My sister flew home this morning. It was great having her here to help out with the sanding and taping. Where were you when I was grinding fiberglass?
For the past week my older brother and younger sister have been visiting. There are five of us and we are all very close. Anyway, no one gets away from here without contributing to the Far Reach. My brother led the effort to build saw-horses for mast work that will come later. The saw horses needed to be built at some point so now I don't have to do it later and we had fun working together. Thanks Brad. After my brother headed home, my sister Tricia stayed on a little longer. I guess some people are just gluttons for punishment. Tricia and I started sailing together when she was eight or nine years old. She plays second fiddle to no one though. She has helped deliver sailboats back to southern California from Cabo San Lucas and Hawaii. She also used to own a West Sail 32, so, she is pretty comfortable around sailboats and she's also a retired San Diego Fire Captain. Did I mention we can be competitive? Ha! Anyway, together we taped and sanded the deck in preparation for applying Kiwigrip non-skid deck paint. We started by washing the boat with soap and water. We left the boat to dry overnight. Next day, I wiped it down with Interlux 202 degreaser. I used the two rag method. Yes, I wore a full respirator and multiple gloves on each hand peeling them off as they melted. This is nasty stuff. Next, we taped with 3M 233. It took the whole day. Next day, we started sanding. I used a RO sander with 80 grit to sand down all the locker hatches, cabin top, and deck. We hand sanded along the tape edge with folded 80 grit so as not to destroy the tape. We taped over any areas that looked damaged. It took the whole day, but the boat is ready for painting. Thanks Tricia.
Taped, sanded, and ready for the first coat of Kiwigrip non-skid deck paint.
7 Apr 13
I have been pushing hard for the but past week we have had family here so we slowed down a little but, we are still getting work completed. For example, my brother and sister helped me build the new saw horses for work on the mast even though I have not started that project. We also attached the cleats to the dinghy chocks though I did not take pictures. I'll add them later. Today my sister and I trimmed some remaining butyl rubber from under the bulwark blocks and then taped the deck to prepare for applying the kiwi grip non-skid paint. Tomorrow we sand the deck . . . I really know how to show family a good time.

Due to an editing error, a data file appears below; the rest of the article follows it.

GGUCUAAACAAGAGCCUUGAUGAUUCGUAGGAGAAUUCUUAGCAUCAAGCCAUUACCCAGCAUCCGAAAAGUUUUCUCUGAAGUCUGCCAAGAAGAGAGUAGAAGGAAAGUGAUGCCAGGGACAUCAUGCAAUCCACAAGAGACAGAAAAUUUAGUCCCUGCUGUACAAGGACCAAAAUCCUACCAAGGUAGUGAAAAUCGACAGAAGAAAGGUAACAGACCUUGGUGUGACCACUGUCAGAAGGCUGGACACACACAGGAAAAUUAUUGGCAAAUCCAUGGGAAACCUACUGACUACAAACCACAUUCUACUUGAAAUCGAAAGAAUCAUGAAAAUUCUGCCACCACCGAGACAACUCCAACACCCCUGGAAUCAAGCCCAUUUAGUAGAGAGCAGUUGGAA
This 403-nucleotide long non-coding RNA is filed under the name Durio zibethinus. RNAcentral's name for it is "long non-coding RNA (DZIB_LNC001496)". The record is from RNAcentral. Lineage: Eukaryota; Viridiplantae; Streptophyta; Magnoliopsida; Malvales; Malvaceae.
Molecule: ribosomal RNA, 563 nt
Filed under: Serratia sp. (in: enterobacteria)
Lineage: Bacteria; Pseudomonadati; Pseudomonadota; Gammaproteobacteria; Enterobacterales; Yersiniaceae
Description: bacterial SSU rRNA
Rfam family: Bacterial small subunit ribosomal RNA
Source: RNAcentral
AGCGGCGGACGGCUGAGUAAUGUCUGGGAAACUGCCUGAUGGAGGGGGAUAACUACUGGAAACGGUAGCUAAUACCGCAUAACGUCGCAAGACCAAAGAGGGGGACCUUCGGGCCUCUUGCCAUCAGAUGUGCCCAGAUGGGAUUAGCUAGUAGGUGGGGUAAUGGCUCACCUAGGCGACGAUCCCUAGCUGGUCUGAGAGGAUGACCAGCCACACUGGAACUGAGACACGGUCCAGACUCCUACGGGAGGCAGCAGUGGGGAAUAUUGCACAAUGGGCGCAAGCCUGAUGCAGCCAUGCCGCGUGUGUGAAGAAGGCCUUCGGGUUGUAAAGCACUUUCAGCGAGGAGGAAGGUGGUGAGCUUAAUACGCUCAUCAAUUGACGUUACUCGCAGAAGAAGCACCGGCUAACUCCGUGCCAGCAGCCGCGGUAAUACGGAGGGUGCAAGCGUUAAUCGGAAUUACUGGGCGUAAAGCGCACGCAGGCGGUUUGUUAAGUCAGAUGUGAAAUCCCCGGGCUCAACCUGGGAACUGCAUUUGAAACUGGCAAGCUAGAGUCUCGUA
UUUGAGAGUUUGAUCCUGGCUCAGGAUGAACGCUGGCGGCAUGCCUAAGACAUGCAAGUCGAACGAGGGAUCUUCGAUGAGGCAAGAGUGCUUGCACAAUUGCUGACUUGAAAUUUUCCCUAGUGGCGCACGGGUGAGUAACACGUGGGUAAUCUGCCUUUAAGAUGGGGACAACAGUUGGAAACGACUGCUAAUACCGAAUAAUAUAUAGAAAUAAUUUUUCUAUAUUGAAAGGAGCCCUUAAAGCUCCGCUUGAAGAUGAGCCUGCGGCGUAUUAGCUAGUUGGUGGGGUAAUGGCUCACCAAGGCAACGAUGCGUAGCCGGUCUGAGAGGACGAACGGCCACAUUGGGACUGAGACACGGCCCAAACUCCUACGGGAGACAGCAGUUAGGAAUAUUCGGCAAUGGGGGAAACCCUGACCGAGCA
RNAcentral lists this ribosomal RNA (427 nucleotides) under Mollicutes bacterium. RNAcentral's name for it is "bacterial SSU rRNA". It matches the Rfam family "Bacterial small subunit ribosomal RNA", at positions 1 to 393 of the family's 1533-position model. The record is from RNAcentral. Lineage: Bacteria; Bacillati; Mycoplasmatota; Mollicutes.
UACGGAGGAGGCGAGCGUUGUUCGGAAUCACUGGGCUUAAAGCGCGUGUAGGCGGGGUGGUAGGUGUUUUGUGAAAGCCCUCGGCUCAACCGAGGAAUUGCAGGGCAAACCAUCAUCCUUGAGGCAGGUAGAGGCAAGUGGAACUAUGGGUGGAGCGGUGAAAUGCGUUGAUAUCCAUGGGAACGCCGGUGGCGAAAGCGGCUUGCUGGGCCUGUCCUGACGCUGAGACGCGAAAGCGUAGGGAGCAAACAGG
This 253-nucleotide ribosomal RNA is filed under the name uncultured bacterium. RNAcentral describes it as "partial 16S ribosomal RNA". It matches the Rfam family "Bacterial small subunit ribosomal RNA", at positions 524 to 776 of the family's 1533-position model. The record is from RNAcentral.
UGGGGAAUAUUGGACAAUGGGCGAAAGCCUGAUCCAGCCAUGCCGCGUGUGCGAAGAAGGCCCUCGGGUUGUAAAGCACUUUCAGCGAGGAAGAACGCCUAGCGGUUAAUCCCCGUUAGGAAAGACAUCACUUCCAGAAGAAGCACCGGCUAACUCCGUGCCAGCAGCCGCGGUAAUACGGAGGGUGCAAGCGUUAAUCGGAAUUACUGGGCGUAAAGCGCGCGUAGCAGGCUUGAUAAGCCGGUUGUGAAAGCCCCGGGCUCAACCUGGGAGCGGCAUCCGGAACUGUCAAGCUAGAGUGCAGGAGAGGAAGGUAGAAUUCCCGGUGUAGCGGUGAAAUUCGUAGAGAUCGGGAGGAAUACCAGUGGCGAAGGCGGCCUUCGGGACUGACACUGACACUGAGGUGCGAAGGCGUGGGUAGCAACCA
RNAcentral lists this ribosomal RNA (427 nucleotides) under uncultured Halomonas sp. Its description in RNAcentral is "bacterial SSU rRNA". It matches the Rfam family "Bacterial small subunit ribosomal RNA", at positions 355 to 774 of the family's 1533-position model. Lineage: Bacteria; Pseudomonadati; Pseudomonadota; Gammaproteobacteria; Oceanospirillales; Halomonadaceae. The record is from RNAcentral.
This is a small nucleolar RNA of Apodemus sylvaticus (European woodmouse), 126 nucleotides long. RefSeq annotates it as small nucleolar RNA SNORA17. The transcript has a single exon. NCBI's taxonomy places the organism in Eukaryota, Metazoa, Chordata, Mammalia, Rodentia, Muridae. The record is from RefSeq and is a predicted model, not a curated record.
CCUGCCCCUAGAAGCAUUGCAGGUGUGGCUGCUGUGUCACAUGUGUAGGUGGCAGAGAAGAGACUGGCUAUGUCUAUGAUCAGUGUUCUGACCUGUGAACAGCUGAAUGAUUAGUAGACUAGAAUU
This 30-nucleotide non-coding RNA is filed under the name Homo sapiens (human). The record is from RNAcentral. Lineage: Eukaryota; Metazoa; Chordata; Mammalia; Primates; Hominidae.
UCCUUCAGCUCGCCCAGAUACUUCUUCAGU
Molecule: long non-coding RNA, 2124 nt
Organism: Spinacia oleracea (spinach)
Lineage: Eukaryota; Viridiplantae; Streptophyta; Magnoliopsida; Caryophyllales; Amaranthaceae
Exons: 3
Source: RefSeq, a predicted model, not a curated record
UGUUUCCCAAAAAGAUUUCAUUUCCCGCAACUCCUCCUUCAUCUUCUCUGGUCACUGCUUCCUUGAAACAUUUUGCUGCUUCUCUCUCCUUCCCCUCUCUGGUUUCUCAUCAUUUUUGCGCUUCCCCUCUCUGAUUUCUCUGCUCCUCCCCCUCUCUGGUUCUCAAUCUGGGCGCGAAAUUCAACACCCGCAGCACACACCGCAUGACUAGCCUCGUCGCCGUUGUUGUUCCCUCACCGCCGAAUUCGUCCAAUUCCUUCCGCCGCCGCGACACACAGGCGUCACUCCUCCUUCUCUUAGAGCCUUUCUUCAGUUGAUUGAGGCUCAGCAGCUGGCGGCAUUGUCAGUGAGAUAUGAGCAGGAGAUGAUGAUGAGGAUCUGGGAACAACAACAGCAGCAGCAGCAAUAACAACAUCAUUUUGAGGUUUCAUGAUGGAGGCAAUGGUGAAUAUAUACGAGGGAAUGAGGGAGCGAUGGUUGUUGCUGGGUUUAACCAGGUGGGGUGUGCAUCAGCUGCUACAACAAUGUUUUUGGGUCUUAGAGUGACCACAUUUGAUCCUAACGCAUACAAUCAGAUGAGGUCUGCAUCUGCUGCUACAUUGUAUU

Previous to their arrival I had been working on the cabinet doors. I finished the project though I still need to varnish them. That will have to wait till after the deck is painted. The last door to be installed was the sliding cabinet door. The doors were not hard to make and I documented the construction during the Jan-Mar 13 daily log plus you can find the project as a whole in the projects tab.
The sliding door was a little tricky. When I installed the fore and aft bulkhead that support the starboard side of the stove I had to calculate all the different requirements--width of staving, thickness of plywood, width of stove, room needed for door, etc, etc. I am pleased that the measurements worked out perfectly. I had about 1/8" of gap on each side of the door between the vertical flange on the stove and the staving that makes up the vertical face of the cabinet under the ash counter. I dadoed a 3/8" slot in the bottom of the door and a 1/4" slot in the top and glued hardwood "tongues" into those slots. Then, I dadoed corresponding slots in two 1 1/8"x 1" walnut cleats. I installed the cleats above and below the cut out for the cabinet door. The door slides great. Having a sliding door there eliminates the door from flying around when opening it in a seaway, provides more space, and is just more convenient to use. As I mentioned I still need to varnish and I also have to install the door knobs.
I finally found the right kind of thimbles for splicing my standing rigging. I ordered them a couple of weeks ago and a bag fully of newly cast thimbles arrived in the mail. I tested a couple of different thimbles over the past two years but was not satisfied with them. These should be perfect and were not that expensive. The are bronze meriman style. They are very strong and are sized properly for the 7x7 5/16" SS wire I intend to use. Splicing the rigging will be one of the last projects I do before we launch the boat. I can see a little light at the end of the tunnel. I still need to order the additional turn buckles, the wire rigging, and the X and the Y and the Z . . . "some day this war's gonna end."